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What is a stop-loss order?

I am trying to improve my investing skills and I often hear about traders using a stop-loss order? What exactly is it? Why would use it? And if they are worthwhile using how do you go about doing it?

A stop-loss order is an instruction to a broker to sell a share you own when it reaches a certain price. It’s designed to limit an investor's loss. Setting a stop-loss order for say 10 per cent below the price you bought the stock for effectively limits your loss to 10 per cent. This strategy allows investors to determine their loss limit in advance, preventing emotional decision-making.

It's also a great idea to use a stop order before you leave for holidays or enter a situation in which you will be unable to watch your stocks for an extended period of time.

In terms of how you do it, it’s simply a case of telling your stockbroker and when and if the share price tumbles the broker should spring into action and sell the stock on your behalf.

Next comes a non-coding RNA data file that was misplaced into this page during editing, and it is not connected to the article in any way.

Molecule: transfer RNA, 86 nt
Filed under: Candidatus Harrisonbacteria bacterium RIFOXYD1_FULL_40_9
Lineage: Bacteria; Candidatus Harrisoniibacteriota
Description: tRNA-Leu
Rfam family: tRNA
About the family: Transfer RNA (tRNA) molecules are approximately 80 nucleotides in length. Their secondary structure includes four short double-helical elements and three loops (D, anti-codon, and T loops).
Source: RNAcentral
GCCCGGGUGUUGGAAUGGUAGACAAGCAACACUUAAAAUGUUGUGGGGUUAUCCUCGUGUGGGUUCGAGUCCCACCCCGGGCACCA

As you can see, this strategy makes a lot of sense particularly if you’ve made a lot of money out of a share and you suspect the market could move against it. It also adds another strategy for those long-term investors who like to hold companies but don’t want to be set-and-forget investors.

You could think about being a dollar cost averager if you want to keep good companies’ stocks, which means you buy the stocks you hold when their prices fall. By buying stocks at lower prices, you effectively reduce the average price of purchasing these stocks.

For advice you can trust book a complimentary first appointment with Switzer Financial Services today.

Important information: This content has been prepared without taking account of the objectives, financial situation or needs of any particular individual. It does not constitute formal advice. For this reason, any individual should, before acting, consider the appropriateness of the information, having regard to the individual’s objectives, financial situation and needs and, if necessary, seek appropriate professional advice.

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Published on: Thursday, March 10, 2011

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